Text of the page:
Women unaware of their marital rights in Islam
LAHORE – A majority of women are not aware of their conjugal and marital rights with regard to the provisions in the Quran.
This was stated by former Lahore High Court judge Nasira Javed while speaking at an interactive discussion on the impact of the Muslim Family Laws organized in Lahore on November 4, by Aurat Foundation, a non-governmental organization (NGO). Participants of the discussion included legal experts, media persons, rights activists and parliamentarians.
According to Nasira Javed, most women forgo their right to divorce at the time of the Nikah, either under family pressure or sheer ignorance, which is against the contractual nature of marriage.
“Every woman has the right to divorce under Khula and it is incumbent upon a family court’s judge to decide the case within six months. A lack of knowledge in this regard makes a woman vulnerable and deeply dependent upon the whims of her husband.”
The retired judge said Islam had given leverage to a woman to such an extent that if she wanted a khula, the qazi was not allowed under law to refuse her. “Sunnah is replete with such instances where women have sought divorce. The most famous and an often quoted instance is that of a woman who went to the Prophet (PBUH) to ask to be divorced from her husband. Her only reason was that she no longer wanted to live with her husband and on those grounds alone she was given the right to divorce,” she said.
She asserted that if only women knew how much protection and security Islam had given them, most of the problems they faced as wives, daughters and sisters would not rise. “A reference to the Quran and teachings of the Prophet (PBUH) will automatically entitle them to equality and justice. A woman has the right to divorce if the husband has been impotent for a year, has sexually transmitted disease (STD), does not provide her with maintenance, is unable to fulfil his conjugal rights and leaves home without returning for more than a year. In all these instances, Islam gives her the right to divorce, but unfortunately social sanctions and pressures prevent women from exercising that right,” she stated.
Discussing various reforms required in making the Muslim Family Laws more effective, she specified a strict code of laws which would enable a husband to abide by them. “For instance, if a man decides to take a second wife in marriage without the consent of the first one, we don’t have any legal provision to prosecute him. He should be required to appear before area union council and attach proof of his first marriage. In case the first wife does not give consent, then it should be left to the union council’s authorities to arbitrate according to the situation. This needs to be included in our family laws,” she said.
Elaborating on the Guardian and Wards Act of 1890, PML-N MPA and lawyer Saba Sadiq simplified the definitions of a “child” and “wali”. “According to law, the age of majority is 18 and a wali is any such person who is given the right by law to look after a minor and till he or she reaches the age of majority and to take care of his or her property,” she said.
“One of the problems arising from appointing a wali is the absence of guarantee of the legal guardian’s intentions. I have seen many cases in which the wali has a change of heart towards his ward in order to take complete control of that minor’s property. We are still following a law which is more than 100 years old and at the same time following various laws prescribed by different fiqahs,” Ms Sadiq said.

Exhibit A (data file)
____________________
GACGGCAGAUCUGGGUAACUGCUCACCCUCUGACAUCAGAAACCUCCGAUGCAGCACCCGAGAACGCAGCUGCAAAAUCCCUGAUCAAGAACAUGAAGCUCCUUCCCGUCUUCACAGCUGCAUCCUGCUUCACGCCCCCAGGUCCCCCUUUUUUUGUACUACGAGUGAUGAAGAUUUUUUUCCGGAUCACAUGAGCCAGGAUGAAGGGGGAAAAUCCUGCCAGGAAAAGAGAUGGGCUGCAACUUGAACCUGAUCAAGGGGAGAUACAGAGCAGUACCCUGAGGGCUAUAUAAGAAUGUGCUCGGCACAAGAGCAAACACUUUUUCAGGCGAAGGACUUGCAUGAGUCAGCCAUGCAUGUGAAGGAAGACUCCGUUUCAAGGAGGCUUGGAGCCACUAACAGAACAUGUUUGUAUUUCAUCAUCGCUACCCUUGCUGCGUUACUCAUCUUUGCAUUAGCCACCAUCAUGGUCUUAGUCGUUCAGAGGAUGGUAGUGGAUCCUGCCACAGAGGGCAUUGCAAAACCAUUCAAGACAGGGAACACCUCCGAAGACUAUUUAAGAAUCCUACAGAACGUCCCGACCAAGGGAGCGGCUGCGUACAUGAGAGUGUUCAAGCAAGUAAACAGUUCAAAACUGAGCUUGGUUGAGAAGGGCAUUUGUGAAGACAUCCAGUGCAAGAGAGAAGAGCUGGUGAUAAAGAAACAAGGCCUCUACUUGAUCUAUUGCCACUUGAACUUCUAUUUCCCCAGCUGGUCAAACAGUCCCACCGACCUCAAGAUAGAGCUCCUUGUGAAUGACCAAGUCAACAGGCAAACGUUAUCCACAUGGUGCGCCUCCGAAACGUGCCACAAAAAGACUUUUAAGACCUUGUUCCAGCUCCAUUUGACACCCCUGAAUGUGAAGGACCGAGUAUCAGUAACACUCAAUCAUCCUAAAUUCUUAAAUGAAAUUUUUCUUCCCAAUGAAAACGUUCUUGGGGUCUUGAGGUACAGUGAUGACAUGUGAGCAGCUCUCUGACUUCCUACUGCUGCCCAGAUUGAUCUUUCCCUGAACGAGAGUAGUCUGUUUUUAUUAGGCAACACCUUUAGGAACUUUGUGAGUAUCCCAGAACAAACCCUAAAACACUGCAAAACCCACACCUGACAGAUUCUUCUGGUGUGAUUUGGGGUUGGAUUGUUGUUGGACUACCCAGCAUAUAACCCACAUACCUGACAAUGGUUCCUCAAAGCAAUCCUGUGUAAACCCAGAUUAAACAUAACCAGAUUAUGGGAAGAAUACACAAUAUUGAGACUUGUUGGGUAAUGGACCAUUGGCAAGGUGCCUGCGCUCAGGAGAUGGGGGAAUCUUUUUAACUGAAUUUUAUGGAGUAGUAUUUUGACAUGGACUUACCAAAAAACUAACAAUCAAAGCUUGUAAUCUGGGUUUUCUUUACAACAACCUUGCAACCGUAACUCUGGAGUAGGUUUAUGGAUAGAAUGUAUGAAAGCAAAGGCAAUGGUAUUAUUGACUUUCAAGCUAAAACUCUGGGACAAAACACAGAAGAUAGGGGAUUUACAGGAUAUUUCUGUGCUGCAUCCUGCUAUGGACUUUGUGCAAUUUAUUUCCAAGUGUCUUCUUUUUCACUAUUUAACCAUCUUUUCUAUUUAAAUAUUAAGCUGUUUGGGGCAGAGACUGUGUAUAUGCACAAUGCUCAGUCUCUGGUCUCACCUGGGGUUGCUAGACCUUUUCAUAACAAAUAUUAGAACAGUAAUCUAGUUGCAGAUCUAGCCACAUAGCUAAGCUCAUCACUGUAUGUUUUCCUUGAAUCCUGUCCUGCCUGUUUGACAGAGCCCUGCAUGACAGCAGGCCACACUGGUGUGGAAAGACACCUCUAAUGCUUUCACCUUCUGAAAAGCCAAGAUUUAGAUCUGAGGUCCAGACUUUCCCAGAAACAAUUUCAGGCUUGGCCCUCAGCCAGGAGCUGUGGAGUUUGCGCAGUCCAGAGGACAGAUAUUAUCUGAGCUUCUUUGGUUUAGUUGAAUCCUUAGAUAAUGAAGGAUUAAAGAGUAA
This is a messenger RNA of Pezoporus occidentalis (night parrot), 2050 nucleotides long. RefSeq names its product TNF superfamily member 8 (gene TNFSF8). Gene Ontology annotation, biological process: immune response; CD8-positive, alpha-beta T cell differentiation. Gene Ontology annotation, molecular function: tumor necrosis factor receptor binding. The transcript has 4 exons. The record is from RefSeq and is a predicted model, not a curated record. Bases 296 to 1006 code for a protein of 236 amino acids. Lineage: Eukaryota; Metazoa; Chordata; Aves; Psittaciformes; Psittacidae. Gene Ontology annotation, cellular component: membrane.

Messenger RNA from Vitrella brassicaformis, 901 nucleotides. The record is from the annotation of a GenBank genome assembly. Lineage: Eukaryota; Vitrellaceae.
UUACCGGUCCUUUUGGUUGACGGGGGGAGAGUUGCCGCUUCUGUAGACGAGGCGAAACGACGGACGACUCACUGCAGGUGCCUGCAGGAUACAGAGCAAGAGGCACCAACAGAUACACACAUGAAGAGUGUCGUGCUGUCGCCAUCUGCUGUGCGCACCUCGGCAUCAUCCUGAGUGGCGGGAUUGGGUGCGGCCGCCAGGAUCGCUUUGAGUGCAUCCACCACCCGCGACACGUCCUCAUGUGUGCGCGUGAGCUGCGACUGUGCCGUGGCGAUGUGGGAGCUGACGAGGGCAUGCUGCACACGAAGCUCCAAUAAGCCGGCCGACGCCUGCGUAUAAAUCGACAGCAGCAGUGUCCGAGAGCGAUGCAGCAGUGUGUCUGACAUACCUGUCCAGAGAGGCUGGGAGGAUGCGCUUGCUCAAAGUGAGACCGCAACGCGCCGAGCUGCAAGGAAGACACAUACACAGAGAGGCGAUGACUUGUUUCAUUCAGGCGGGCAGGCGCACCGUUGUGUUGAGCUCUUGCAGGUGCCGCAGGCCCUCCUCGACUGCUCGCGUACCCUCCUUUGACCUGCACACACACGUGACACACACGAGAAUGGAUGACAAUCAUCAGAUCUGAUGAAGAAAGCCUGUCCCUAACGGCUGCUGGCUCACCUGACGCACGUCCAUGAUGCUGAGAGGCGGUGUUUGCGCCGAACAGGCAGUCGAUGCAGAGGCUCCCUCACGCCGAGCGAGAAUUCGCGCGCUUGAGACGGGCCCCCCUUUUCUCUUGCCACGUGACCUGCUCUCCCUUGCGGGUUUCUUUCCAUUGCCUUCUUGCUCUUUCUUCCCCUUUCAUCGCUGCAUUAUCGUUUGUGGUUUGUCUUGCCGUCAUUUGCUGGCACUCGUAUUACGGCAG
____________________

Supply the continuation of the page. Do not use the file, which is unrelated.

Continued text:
Deeply regretting the unequal basis on which the same law is applied in one way to a man and another to a woman, Ms Sadiq said that for years women had been blackmailed through their children. “If a woman wants to end her marriage her biggest concern is that she will not be allowed custody of her children.
A small allegation from her husband or in-laws can cost her children. That’s why many women decide to spend their lives in a miserable state instead of walking out on a failed marriage,” lamented Ms Sadiq. “Our law needs to keep a balanced view of both the parties without giving an edge to anyone.”
The history of the Muslim Family Laws dates back to the time of partition in 1947. After partition the legislation relating to Muslim family laws, introduced in British India, remained applicable. A seven-member Commission on Marriage and Family Laws was established in 1955 to consider the personal status laws applicable in the new state and determine the areas needing reform.
The commission submitted its report in 1956, suggesting a number of reforms, including, for example, the consideration of all-triple ‘talaq’. The report led to much debate, with many leading Islamic scholars, including Maulana Maududi, leader of the Jamaat-i-Islami, opposing its recommendations. The Muslim Family Laws Ordinance of 1961 adopted some of the provisions of the Report of the Marriage and Family Laws Commission, aiming to reform divorce law and inheritance law relating to orphaned grandchildren, introduce compulsory marriage registration, place restrictions on the practice of polygamy, and reform the law relating to dower and maintenance in marriage and divorce, as well as to amend existing legislation with relation to age of marriage.
When the first Constitution of Pakistan was finally promulgated in 1956, it included a provision that came to be referred to as the repugnancy clause. This clause stated that no law repugnant to Islamic injunctions would be enacted and that all existing laws would be considered in light of this provision, in order to institute appropriate amendments.
This repugnancy provision has been retained and actually strengthened in the succeeding constitutions. After a military takeover in 1999, the constitution was again suspended and discussions continued all through the year 2000 about possible amendments to the constitution.